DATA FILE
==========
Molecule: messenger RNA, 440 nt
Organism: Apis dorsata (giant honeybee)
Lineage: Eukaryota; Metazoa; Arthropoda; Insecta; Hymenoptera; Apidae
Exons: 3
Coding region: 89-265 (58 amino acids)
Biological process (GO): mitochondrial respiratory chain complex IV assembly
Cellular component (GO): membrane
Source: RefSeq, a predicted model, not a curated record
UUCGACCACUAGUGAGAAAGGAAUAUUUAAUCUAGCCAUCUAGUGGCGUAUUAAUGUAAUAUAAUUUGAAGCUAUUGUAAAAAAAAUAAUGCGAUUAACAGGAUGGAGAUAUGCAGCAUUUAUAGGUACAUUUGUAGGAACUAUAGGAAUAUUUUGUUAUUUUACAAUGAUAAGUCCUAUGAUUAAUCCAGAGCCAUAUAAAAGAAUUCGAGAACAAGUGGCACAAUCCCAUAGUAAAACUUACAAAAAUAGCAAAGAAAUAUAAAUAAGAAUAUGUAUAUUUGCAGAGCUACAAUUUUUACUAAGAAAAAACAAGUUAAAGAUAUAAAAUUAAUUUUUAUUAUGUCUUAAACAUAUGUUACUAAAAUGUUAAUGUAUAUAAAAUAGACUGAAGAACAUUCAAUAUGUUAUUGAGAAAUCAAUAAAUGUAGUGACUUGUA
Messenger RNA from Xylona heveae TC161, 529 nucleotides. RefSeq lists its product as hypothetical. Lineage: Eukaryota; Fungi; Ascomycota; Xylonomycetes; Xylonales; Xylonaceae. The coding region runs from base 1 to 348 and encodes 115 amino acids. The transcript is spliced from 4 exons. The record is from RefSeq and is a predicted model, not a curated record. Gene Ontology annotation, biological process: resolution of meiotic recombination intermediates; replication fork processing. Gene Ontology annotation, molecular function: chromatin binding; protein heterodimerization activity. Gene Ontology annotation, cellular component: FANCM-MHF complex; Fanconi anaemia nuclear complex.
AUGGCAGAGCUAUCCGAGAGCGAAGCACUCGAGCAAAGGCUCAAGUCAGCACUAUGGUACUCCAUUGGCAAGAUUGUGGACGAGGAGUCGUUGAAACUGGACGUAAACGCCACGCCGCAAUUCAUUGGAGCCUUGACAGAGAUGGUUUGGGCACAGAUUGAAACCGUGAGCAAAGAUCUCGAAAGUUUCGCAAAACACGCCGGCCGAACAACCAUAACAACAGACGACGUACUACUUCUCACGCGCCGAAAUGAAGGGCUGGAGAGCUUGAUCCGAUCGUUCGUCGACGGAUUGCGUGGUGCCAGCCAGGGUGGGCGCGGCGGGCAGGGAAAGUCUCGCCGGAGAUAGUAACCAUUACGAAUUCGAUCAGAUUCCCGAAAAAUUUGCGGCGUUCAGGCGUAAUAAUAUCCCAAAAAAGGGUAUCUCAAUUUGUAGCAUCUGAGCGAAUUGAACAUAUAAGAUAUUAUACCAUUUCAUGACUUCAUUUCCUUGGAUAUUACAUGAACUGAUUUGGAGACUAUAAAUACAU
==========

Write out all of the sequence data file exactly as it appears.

Molecule: messenger RNA, 440 nt
Organism: Apis dorsata (giant honeybee)
Lineage: Eukaryota; Metazoa; Arthropoda; Insecta; Hymenoptera; Apidae
Exons: 3
Coding region: 89-265 (58 amino acids)
Biological process (GO): mitochondrial respiratory chain complex IV assembly
Cellular component (GO): membrane
Source: RefSeq, a predicted model, not a curated record
UUCGACCACUAGUGAGAAAGGAAUAUUUAAUCUAGCCAUCUAGUGGCGUAUUAAUGUAAUAUAAUUUGAAGCUAUUGUAAAAAAAAUAAUGCGAUUAACAGGAUGGAGAUAUGCAGCAUUUAUAGGUACAUUUGUAGGAACUAUAGGAAUAUUUUGUUAUUUUACAAUGAUAAGUCCUAUGAUUAAUCCAGAGCCAUAUAAAAGAAUUCGAGAACAAGUGGCACAAUCCCAUAGUAAAACUUACAAAAAUAGCAAAGAAAUAUAAAUAAGAAUAUGUAUAUUUGCAGAGCUACAAUUUUUACUAAGAAAAAACAAGUUAAAGAUAUAAAAUUAAUUUUUAUUAUGUCUUAAACAUAUGUUACUAAAAUGUUAAUGUAUAUAAAAUAGACUGAAGAACAUUCAAUAUGUUAUUGAGAAAUCAAUAAAUGUAGUGACUUGUA
Messenger RNA from Xylona heveae TC161, 529 nucleotides. RefSeq lists its product as hypothetical. Lineage: Eukaryota; Fungi; Ascomycota; Xylonomycetes; Xylonales; Xylonaceae. The coding region runs from base 1 to 348 and encodes 115 amino acids. The transcript is spliced from 4 exons. The record is from RefSeq and is a predicted model, not a curated record. Gene Ontology annotation, biological process: resolution of meiotic recombination intermediates; replication fork processing. Gene Ontology annotation, molecular function: chromatin binding; protein heterodimerization activity. Gene Ontology annotation, cellular component: FANCM-MHF complex; Fanconi anaemia nuclear complex.
AUGGCAGAGCUAUCCGAGAGCGAAGCACUCGAGCAAAGGCUCAAGUCAGCACUAUGGUACUCCAUUGGCAAGAUUGUGGACGAGGAGUCGUUGAAACUGGACGUAAACGCCACGCCGCAAUUCAUUGGAGCCUUGACAGAGAUGGUUUGGGCACAGAUUGAAACCGUGAGCAAAGAUCUCGAAAGUUUCGCAAAACACGCCGGCCGAACAACCAUAACAACAGACGACGUACUACUUCUCACGCGCCGAAAUGAAGGGCUGGAGAGCUUGAUCCGAUCGUUCGUCGACGGAUUGCGUGGUGCCAGCCAGGGUGGGCGCGGCGGGCAGGGAAAGUCUCGCCGGAGAUAGUAACCAUUACGAAUUCGAUCAGAUUCCCGAAAAAUUUGCGGCGUUCAGGCGUAAUAAUAUCCCAAAAAAGGGUAUCUCAAUUUGUAGCAUCUGAGCGAAUUGAACAUAUAAGAUAUUAUACCAUUUCAUGACUUCAUUUCCUUGGAUAUUACAUGAACUGAUUUGGAGACUAUAAAUACAU